Domain Driven Design Demonstrated

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Domain Driven Design Demonstrated in .NET using C# and Fluent NHibernate. …

Domain Driven Design Demonstrated in .NET using C# and Fluent NHibernate.

Christchurch Code Camp 2012

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Transcript

  • 1. Domain Driven Design Demonstrated Alan Christensen @christensena Christchurch Code Camp Feb 18 2012 1
  • 2. What is a Domain? 2
  • 3. What is a Domain?• “A sphere of knowledge, influence or activity”--Eric Evans 2
  • 4. What is DDD? 3
  • 5. What is DDD?• In order of importance: 3
  • 6. What is DDD?• In order of importance: • Design methodology 3
  • 7. What is DDD?• In order of importance: • Design methodology • Architectural style 3
  • 8. What is DDD?• In order of importance: • Design methodology • Architectural style • Set of software patterns 3
  • 9. What is DDD?• In order of importance: • Design methodology • Architectural style • Set of software patterns• “Tackling Complexity in the Heart of Software”--DDD book tagline 3
  • 10. Domain Modeling 4
  • 11. Domain Modeling• Understand your domain 4
  • 12. Domain Modeling• Understand your domain• Model it in the code to suit the purpose and context for which it was intended 4
  • 13. Domain Modeling• Understand your domain• Model it in the code to suit the purpose and context for which it was intended• Leave out details and concepts that don’t add value 4
  • 14. Domain Modeling• Understand your domain• Model it in the code to suit the purpose and context for which it was intended• Leave out details and concepts that don’t add value• Keep refining “refactor to greater insight” 4
  • 15. 5
  • 16. Ubiquitous Language 6
  • 17. Ubiquitous Language• Naming is important! 6
  • 18. Ubiquitous Language• Naming is important!• As is a shared understanding and consistent use of terms 6
  • 19. Ubiquitous Language• Naming is important!• As is a shared understanding and consistent use of terms• The code should use the same terms used in documents and discussion 6
  • 20. Ubiquitous Language• Naming is important!• As is a shared understanding and consistent use of terms• The code should use the same terms used in documents and discussion• Both domain experts and developers contribute to the shared language 6
  • 21. 7
  • 22. 7
  • 23. 7
  • 24. the Welsh reads "I am not in the office at themoment. Send any work to be translated." 8
  • 25. Onion Architecture 9
  • 26. Entities 10
  • 27. Entities• Have an identity 10
  • 28. Entities• Have an identity• Identity may be determined by a natural or assigned key (e.g. Id) 10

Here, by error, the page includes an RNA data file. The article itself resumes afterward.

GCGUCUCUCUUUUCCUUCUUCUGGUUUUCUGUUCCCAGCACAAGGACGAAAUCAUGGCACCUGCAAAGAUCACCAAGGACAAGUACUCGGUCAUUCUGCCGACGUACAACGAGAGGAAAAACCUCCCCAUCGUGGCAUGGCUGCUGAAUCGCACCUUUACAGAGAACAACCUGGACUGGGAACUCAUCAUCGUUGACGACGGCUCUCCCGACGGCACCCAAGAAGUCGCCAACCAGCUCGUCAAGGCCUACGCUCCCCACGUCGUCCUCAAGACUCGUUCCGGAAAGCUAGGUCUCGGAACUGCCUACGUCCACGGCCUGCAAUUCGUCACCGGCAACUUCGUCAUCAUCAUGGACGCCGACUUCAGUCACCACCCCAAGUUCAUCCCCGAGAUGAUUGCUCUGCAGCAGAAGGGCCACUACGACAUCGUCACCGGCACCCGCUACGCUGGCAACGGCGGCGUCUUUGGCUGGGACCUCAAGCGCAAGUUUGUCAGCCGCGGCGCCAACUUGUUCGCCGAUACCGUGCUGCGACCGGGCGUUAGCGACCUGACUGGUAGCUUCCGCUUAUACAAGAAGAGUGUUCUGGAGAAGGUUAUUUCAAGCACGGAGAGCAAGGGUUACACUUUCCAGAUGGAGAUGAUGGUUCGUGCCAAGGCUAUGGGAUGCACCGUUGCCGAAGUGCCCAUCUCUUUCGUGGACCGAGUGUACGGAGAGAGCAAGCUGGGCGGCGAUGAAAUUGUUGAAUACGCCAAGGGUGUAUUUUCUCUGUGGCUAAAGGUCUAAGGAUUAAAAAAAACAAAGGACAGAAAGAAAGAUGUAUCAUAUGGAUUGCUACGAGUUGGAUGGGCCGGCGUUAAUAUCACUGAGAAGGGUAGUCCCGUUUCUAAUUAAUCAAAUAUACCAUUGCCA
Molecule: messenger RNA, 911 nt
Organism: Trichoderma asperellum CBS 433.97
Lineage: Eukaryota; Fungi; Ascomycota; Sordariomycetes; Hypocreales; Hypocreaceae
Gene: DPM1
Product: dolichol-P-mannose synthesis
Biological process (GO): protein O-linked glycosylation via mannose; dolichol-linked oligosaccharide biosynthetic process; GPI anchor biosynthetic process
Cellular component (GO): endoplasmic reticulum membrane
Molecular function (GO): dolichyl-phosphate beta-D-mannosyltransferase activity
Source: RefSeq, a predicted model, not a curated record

• 29. Entities• Have an identity• Identity may be determined by a natural or assigned key (e.g. Id)• Equals implementation to distinguish identity normally uses key 10
  • 30. Entities• Have an identity• Identity may be determined by a natural or assigned key (e.g. Id)• Equals implementation to distinguish identity normally uses key• Mutable - can be changed 10
  • 31. Value objects 11
  • 32. Value objects• No identity. Can be mixed and matched 11
  • 33. Value objects• No identity. Can be mixed and matched• Equals implemented as “all fields/properties match” 11
  • 34. Value objects• No identity. Can be mixed and matched• Equals implemented as “all fields/properties match”• Immutable - replace instead of change 11
  • 35. Worked example• What domain should we use? • Inventory? • Payroll? • Share trading? 12
  • 36. 13
  • 37. Code demo #1• Model Driven Design • Domain Methodology • Entities and Value Objects • Invariants 14
  • 38. Invariants 15
  • 39. Invariants• Invariants ensure consistency in the domain model 15
  • 40. Invariants• Invariants ensure consistency in the domain model• They allow us to code with confidence that invalid/unnatural states are not possible 15
  • 41. Invariants• Invariants ensure consistency in the domain model• They allow us to code with confidence that invalid/unnatural states are not possible• They enforce domain rules and prevent logical fallacies 15
  • 42. Invariants• Examples • Private setters • Required constructor/factory method parameters • Exceptions for invalid operations or invalid arguments to methods 16
  • 43. Validation? 17
  • 44. Validation?• Validation is not really a domain concept. Invariants are the richer idea. 17
  • 45. Validation?• Validation is not really a domain concept. Invariants are the richer idea.• Validation should be done outside the domain to prevent invariants from ever occurring (exceptions are for exceptions) 17
  • 46. Persistence Ignorance 18
  • 47. Persistence Ignorance• Persistence is a technical concern. Not part of the domain. 18
  • 48. Persistence Ignorance• Persistence is a technical concern. Not part of the domain.• Fortunately good ORM’s support Persistence Ignorance out of the box 18
  • 49. Persistence Ignorance• Persistence is a technical concern. Not part of the domain.• Fortunately good ORM’s support Persistence Ignorance out of the box• Transactions can be packaged in a “Unit of Work” concept 18
  • 50. Repositories 19
  • 51. Repositories• Semantically just “collections” with enhanced “find” functionality 19